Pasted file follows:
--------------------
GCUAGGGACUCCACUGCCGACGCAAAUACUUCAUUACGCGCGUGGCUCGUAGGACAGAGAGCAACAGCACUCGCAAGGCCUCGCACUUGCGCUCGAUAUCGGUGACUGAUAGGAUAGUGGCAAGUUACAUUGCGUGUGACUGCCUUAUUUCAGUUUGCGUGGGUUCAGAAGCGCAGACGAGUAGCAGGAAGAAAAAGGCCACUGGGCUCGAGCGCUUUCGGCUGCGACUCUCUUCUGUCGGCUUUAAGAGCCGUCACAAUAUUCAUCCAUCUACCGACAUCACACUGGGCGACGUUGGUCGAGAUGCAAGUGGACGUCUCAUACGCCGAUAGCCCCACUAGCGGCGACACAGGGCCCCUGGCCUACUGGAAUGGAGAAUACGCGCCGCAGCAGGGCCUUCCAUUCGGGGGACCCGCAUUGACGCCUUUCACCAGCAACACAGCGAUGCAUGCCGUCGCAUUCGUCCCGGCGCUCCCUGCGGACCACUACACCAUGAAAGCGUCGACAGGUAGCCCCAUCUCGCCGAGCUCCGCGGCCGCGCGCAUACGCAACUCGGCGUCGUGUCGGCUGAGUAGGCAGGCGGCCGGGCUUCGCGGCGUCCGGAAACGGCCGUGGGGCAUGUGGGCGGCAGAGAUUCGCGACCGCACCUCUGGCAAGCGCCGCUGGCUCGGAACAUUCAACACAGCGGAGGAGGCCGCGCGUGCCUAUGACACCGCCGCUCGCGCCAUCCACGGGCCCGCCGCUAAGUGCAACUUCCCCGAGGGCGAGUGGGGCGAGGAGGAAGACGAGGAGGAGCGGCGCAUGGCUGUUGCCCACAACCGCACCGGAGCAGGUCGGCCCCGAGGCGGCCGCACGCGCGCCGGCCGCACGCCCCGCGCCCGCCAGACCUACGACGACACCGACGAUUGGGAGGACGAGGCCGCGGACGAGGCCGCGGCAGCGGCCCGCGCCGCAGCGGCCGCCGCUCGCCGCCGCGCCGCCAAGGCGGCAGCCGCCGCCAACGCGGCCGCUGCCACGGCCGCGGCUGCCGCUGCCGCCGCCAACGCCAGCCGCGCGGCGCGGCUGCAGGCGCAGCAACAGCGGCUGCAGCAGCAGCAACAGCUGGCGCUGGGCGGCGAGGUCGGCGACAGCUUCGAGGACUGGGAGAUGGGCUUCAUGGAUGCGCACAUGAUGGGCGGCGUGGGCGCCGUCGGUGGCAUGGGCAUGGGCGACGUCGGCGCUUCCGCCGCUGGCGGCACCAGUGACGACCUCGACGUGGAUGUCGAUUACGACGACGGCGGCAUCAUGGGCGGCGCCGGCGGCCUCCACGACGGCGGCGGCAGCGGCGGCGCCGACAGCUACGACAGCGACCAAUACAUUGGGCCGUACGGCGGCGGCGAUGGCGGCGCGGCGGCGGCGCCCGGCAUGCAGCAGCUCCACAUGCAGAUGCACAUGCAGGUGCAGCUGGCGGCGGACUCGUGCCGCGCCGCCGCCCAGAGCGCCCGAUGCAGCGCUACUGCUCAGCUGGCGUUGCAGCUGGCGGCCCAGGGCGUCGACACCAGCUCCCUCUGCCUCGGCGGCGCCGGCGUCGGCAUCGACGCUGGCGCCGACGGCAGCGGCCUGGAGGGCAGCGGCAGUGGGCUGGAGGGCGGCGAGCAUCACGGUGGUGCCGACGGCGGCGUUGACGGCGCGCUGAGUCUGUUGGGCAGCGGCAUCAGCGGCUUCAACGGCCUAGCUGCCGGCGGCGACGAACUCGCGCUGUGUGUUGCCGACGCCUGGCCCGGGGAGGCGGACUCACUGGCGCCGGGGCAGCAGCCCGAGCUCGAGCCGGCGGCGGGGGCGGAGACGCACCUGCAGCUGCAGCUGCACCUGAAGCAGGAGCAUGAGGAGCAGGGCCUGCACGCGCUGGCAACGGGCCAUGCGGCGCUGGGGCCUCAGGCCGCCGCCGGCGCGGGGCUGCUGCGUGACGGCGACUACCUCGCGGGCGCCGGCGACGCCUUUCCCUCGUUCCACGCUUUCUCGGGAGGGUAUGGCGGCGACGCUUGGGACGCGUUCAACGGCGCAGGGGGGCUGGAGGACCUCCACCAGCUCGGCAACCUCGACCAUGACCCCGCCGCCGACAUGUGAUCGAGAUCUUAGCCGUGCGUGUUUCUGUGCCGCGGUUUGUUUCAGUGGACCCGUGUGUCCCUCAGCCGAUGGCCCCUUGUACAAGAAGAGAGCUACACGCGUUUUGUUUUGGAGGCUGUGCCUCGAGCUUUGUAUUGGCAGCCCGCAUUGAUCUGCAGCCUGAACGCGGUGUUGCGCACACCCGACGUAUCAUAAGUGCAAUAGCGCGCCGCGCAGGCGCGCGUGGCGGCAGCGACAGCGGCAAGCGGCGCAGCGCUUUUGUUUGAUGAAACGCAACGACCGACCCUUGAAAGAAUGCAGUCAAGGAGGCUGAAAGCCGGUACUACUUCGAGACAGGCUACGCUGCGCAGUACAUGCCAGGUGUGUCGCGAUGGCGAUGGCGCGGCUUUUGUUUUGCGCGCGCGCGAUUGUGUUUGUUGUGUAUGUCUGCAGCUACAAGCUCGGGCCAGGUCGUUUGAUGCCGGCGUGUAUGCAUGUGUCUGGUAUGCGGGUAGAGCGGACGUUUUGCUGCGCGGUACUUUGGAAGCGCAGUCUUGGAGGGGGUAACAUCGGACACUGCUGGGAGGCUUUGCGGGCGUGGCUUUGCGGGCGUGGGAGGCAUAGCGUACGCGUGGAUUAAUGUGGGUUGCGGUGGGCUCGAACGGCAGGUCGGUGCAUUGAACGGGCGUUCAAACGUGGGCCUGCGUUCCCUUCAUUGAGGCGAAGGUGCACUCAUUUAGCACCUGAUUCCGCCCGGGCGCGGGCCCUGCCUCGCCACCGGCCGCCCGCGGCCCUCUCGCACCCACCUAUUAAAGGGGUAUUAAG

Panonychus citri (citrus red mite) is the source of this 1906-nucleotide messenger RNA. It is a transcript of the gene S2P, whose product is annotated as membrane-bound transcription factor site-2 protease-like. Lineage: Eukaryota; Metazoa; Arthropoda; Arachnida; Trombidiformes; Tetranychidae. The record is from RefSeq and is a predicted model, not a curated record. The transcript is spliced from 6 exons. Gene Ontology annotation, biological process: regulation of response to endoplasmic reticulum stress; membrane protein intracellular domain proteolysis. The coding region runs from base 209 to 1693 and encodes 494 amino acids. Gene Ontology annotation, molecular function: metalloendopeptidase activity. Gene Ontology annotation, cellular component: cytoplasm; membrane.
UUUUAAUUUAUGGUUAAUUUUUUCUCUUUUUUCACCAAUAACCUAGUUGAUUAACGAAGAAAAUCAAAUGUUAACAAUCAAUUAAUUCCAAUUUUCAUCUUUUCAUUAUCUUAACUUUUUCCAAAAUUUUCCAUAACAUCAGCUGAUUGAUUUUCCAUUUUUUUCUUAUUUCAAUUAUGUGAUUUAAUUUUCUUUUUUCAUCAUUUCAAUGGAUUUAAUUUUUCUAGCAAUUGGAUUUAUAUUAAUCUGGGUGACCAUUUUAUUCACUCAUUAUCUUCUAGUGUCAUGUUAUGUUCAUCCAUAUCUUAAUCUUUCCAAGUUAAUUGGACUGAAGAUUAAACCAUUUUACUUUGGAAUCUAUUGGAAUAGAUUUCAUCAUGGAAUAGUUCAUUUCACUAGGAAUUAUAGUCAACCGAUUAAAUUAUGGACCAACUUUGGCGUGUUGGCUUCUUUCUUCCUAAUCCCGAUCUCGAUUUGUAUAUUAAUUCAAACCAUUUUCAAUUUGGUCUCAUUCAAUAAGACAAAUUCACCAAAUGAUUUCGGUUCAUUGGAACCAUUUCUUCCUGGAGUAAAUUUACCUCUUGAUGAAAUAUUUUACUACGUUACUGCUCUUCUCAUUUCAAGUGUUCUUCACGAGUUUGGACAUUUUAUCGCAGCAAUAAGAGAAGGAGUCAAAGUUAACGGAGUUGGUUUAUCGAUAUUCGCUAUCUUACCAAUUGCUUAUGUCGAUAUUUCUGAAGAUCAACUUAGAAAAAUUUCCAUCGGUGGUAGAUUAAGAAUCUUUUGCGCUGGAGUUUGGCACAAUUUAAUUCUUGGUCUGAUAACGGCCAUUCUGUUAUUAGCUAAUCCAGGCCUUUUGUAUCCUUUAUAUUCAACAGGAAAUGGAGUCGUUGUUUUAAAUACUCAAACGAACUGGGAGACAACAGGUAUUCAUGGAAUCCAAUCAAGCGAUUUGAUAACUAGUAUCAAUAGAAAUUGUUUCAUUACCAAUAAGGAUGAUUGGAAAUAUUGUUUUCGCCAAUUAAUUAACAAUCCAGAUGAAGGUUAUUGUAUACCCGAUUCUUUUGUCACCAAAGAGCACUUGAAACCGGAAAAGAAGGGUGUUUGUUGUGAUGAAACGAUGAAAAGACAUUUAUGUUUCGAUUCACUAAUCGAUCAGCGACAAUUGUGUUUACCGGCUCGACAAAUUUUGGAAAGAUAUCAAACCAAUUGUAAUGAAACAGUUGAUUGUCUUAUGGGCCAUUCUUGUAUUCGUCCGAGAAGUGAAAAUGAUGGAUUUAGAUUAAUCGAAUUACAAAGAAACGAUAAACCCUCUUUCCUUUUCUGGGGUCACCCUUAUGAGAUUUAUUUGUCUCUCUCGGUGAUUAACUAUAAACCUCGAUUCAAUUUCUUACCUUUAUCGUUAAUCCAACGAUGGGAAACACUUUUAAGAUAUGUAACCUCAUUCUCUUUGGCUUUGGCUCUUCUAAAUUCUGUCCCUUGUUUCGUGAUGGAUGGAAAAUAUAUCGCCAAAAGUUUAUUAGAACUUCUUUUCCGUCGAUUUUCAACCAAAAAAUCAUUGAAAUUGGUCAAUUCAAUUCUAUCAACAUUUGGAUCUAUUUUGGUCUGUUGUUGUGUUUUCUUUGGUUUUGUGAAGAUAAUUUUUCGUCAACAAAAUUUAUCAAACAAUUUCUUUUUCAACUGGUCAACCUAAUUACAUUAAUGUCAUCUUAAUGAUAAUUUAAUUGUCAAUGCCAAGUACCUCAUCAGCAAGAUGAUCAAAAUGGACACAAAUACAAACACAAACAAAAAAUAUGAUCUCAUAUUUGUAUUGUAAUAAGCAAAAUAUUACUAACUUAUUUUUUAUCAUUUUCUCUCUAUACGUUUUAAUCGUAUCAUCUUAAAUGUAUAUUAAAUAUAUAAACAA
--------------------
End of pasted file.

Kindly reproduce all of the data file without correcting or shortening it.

GCUAGGGACUCCACUGCCGACGCAAAUACUUCAUUACGCGCGUGGCUCGUAGGACAGAGAGCAACAGCACUCGCAAGGCCUCGCACUUGCGCUCGAUAUCGGUGACUGAUAGGAUAGUGGCAAGUUACAUUGCGUGUGACUGCCUUAUUUCAGUUUGCGUGGGUUCAGAAGCGCAGACGAGUAGCAGGAAGAAAAAGGCCACUGGGCUCGAGCGCUUUCGGCUGCGACUCUCUUCUGUCGGCUUUAAGAGCCGUCACAAUAUUCAUCCAUCUACCGACAUCACACUGGGCGACGUUGGUCGAGAUGCAAGUGGACGUCUCAUACGCCGAUAGCCCCACUAGCGGCGACACAGGGCCCCUGGCCUACUGGAAUGGAGAAUACGCGCCGCAGCAGGGCCUUCCAUUCGGGGGACCCGCAUUGACGCCUUUCACCAGCAACACAGCGAUGCAUGCCGUCGCAUUCGUCCCGGCGCUCCCUGCGGACCACUACACCAUGAAAGCGUCGACAGGUAGCCCCAUCUCGCCGAGCUCCGCGGCCGCGCGCAUACGCAACUCGGCGUCGUGUCGGCUGAGUAGGCAGGCGGCCGGGCUUCGCGGCGUCCGGAAACGGCCGUGGGGCAUGUGGGCGGCAGAGAUUCGCGACCGCACCUCUGGCAAGCGCCGCUGGCUCGGAACAUUCAACACAGCGGAGGAGGCCGCGCGUGCCUAUGACACCGCCGCUCGCGCCAUCCACGGGCCCGCCGCUAAGUGCAACUUCCCCGAGGGCGAGUGGGGCGAGGAGGAAGACGAGGAGGAGCGGCGCAUGGCUGUUGCCCACAACCGCACCGGAGCAGGUCGGCCCCGAGGCGGCCGCACGCGCGCCGGCCGCACGCCCCGCGCCCGCCAGACCUACGACGACACCGACGAUUGGGAGGACGAGGCCGCGGACGAGGCCGCGGCAGCGGCCCGCGCCGCAGCGGCCGCCGCUCGCCGCCGCGCCGCCAAGGCGGCAGCCGCCGCCAACGCGGCCGCUGCCACGGCCGCGGCUGCCGCUGCCGCCGCCAACGCCAGCCGCGCGGCGCGGCUGCAGGCGCAGCAACAGCGGCUGCAGCAGCAGCAACAGCUGGCGCUGGGCGGCGAGGUCGGCGACAGCUUCGAGGACUGGGAGAUGGGCUUCAUGGAUGCGCACAUGAUGGGCGGCGUGGGCGCCGUCGGUGGCAUGGGCAUGGGCGACGUCGGCGCUUCCGCCGCUGGCGGCACCAGUGACGACCUCGACGUGGAUGUCGAUUACGACGACGGCGGCAUCAUGGGCGGCGCCGGCGGCCUCCACGACGGCGGCGGCAGCGGCGGCGCCGACAGCUACGACAGCGACCAAUACAUUGGGCCGUACGGCGGCGGCGAUGGCGGCGCGGCGGCGGCGCCCGGCAUGCAGCAGCUCCACAUGCAGAUGCACAUGCAGGUGCAGCUGGCGGCGGACUCGUGCCGCGCCGCCGCCCAGAGCGCCCGAUGCAGCGCUACUGCUCAGCUGGCGUUGCAGCUGGCGGCCCAGGGCGUCGACACCAGCUCCCUCUGCCUCGGCGGCGCCGGCGUCGGCAUCGACGCUGGCGCCGACGGCAGCGGCCUGGAGGGCAGCGGCAGUGGGCUGGAGGGCGGCGAGCAUCACGGUGGUGCCGACGGCGGCGUUGACGGCGCGCUGAGUCUGUUGGGCAGCGGCAUCAGCGGCUUCAACGGCCUAGCUGCCGGCGGCGACGAACUCGCGCUGUGUGUUGCCGACGCCUGGCCCGGGGAGGCGGACUCACUGGCGCCGGGGCAGCAGCCCGAGCUCGAGCCGGCGGCGGGGGCGGAGACGCACCUGCAGCUGCAGCUGCACCUGAAGCAGGAGCAUGAGGAGCAGGGCCUGCACGCGCUGGCAACGGGCCAUGCGGCGCUGGGGCCUCAGGCCGCCGCCGGCGCGGGGCUGCUGCGUGACGGCGACUACCUCGCGGGCGCCGGCGACGCCUUUCCCUCGUUCCACGCUUUCUCGGGAGGGUAUGGCGGCGACGCUUGGGACGCGUUCAACGGCGCAGGGGGGCUGGAGGACCUCCACCAGCUCGGCAACCUCGACCAUGACCCCGCCGCCGACAUGUGAUCGAGAUCUUAGCCGUGCGUGUUUCUGUGCCGCGGUUUGUUUCAGUGGACCCGUGUGUCCCUCAGCCGAUGGCCCCUUGUACAAGAAGAGAGCUACACGCGUUUUGUUUUGGAGGCUGUGCCUCGAGCUUUGUAUUGGCAGCCCGCAUUGAUCUGCAGCCUGAACGCGGUGUUGCGCACACCCGACGUAUCAUAAGUGCAAUAGCGCGCCGCGCAGGCGCGCGUGGCGGCAGCGACAGCGGCAAGCGGCGCAGCGCUUUUGUUUGAUGAAACGCAACGACCGACCCUUGAAAGAAUGCAGUCAAGGAGGCUGAAAGCCGGUACUACUUCGAGACAGGCUACGCUGCGCAGUACAUGCCAGGUGUGUCGCGAUGGCGAUGGCGCGGCUUUUGUUUUGCGCGCGCGCGAUUGUGUUUGUUGUGUAUGUCUGCAGCUACAAGCUCGGGCCAGGUCGUUUGAUGCCGGCGUGUAUGCAUGUGUCUGGUAUGCGGGUAGAGCGGACGUUUUGCUGCGCGGUACUUUGGAAGCGCAGUCUUGGAGGGGGUAACAUCGGACACUGCUGGGAGGCUUUGCGGGCGUGGCUUUGCGGGCGUGGGAGGCAUAGCGUACGCGUGGAUUAAUGUGGGUUGCGGUGGGCUCGAACGGCAGGUCGGUGCAUUGAACGGGCGUUCAAACGUGGGCCUGCGUUCCCUUCAUUGAGGCGAAGGUGCACUCAUUUAGCACCUGAUUCCGCCCGGGCGCGGGCCCUGCCUCGCCACCGGCCGCCCGCGGCCCUCUCGCACCCACCUAUUAAAGGGGUAUUAAG

Panonychus citri (citrus red mite) is the source of this 1906-nucleotide messenger RNA. It is a transcript of the gene S2P, whose product is annotated as membrane-bound transcription factor site-2 protease-like. Lineage: Eukaryota; Metazoa; Arthropoda; Arachnida; Trombidiformes; Tetranychidae. The record is from RefSeq and is a predicted model, not a curated record. The transcript is spliced from 6 exons. Gene Ontology annotation, biological process: regulation of response to endoplasmic reticulum stress; membrane protein intracellular domain proteolysis. The coding region runs from base 209 to 1693 and encodes 494 amino acids. Gene Ontology annotation, molecular function: metalloendopeptidase activity. Gene Ontology annotation, cellular component: cytoplasm; membrane.
UUUUAAUUUAUGGUUAAUUUUUUCUCUUUUUUCACCAAUAACCUAGUUGAUUAACGAAGAAAAUCAAAUGUUAACAAUCAAUUAAUUCCAAUUUUCAUCUUUUCAUUAUCUUAACUUUUUCCAAAAUUUUCCAUAACAUCAGCUGAUUGAUUUUCCAUUUUUUUCUUAUUUCAAUUAUGUGAUUUAAUUUUCUUUUUUCAUCAUUUCAAUGGAUUUAAUUUUUCUAGCAAUUGGAUUUAUAUUAAUCUGGGUGACCAUUUUAUUCACUCAUUAUCUUCUAGUGUCAUGUUAUGUUCAUCCAUAUCUUAAUCUUUCCAAGUUAAUUGGACUGAAGAUUAAACCAUUUUACUUUGGAAUCUAUUGGAAUAGAUUUCAUCAUGGAAUAGUUCAUUUCACUAGGAAUUAUAGUCAACCGAUUAAAUUAUGGACCAACUUUGGCGUGUUGGCUUCUUUCUUCCUAAUCCCGAUCUCGAUUUGUAUAUUAAUUCAAACCAUUUUCAAUUUGGUCUCAUUCAAUAAGACAAAUUCACCAAAUGAUUUCGGUUCAUUGGAACCAUUUCUUCCUGGAGUAAAUUUACCUCUUGAUGAAAUAUUUUACUACGUUACUGCUCUUCUCAUUUCAAGUGUUCUUCACGAGUUUGGACAUUUUAUCGCAGCAAUAAGAGAAGGAGUCAAAGUUAACGGAGUUGGUUUAUCGAUAUUCGCUAUCUUACCAAUUGCUUAUGUCGAUAUUUCUGAAGAUCAACUUAGAAAAAUUUCCAUCGGUGGUAGAUUAAGAAUCUUUUGCGCUGGAGUUUGGCACAAUUUAAUUCUUGGUCUGAUAACGGCCAUUCUGUUAUUAGCUAAUCCAGGCCUUUUGUAUCCUUUAUAUUCAACAGGAAAUGGAGUCGUUGUUUUAAAUACUCAAACGAACUGGGAGACAACAGGUAUUCAUGGAAUCCAAUCAAGCGAUUUGAUAACUAGUAUCAAUAGAAAUUGUUUCAUUACCAAUAAGGAUGAUUGGAAAUAUUGUUUUCGCCAAUUAAUUAACAAUCCAGAUGAAGGUUAUUGUAUACCCGAUUCUUUUGUCACCAAAGAGCACUUGAAACCGGAAAAGAAGGGUGUUUGUUGUGAUGAAACGAUGAAAAGACAUUUAUGUUUCGAUUCACUAAUCGAUCAGCGACAAUUGUGUUUACCGGCUCGACAAAUUUUGGAAAGAUAUCAAACCAAUUGUAAUGAAACAGUUGAUUGUCUUAUGGGCCAUUCUUGUAUUCGUCCGAGAAGUGAAAAUGAUGGAUUUAGAUUAAUCGAAUUACAAAGAAACGAUAAACCCUCUUUCCUUUUCUGGGGUCACCCUUAUGAGAUUUAUUUGUCUCUCUCGGUGAUUAACUAUAAACCUCGAUUCAAUUUCUUACCUUUAUCGUUAAUCCAACGAUGGGAAACACUUUUAAGAUAUGUAACCUCAUUCUCUUUGGCUUUGGCUCUUCUAAAUUCUGUCCCUUGUUUCGUGAUGGAUGGAAAAUAUAUCGCCAAAAGUUUAUUAGAACUUCUUUUCCGUCGAUUUUCAACCAAAAAAUCAUUGAAAUUGGUCAAUUCAAUUCUAUCAACAUUUGGAUCUAUUUUGGUCUGUUGUUGUGUUUUCUUUGGUUUUGUGAAGAUAAUUUUUCGUCAACAAAAUUUAUCAAACAAUUUCUUUUUCAACUGGUCAACCUAAUUACAUUAAUGUCAUCUUAAUGAUAAUUUAAUUGUCAAUGCCAAGUACCUCAUCAGCAAGAUGAUCAAAAUGGACACAAAUACAAACACAAACAAAAAAUAUGAUCUCAUAUUUGUAUUGUAAUAAGCAAAAUAUUACUAACUUAUUUUUUAUCAUUUUCUCUCUAUACGUUUUAAUCGUAUCAUCUUAAAUGUAUAUUAAAUAUAUAAACAA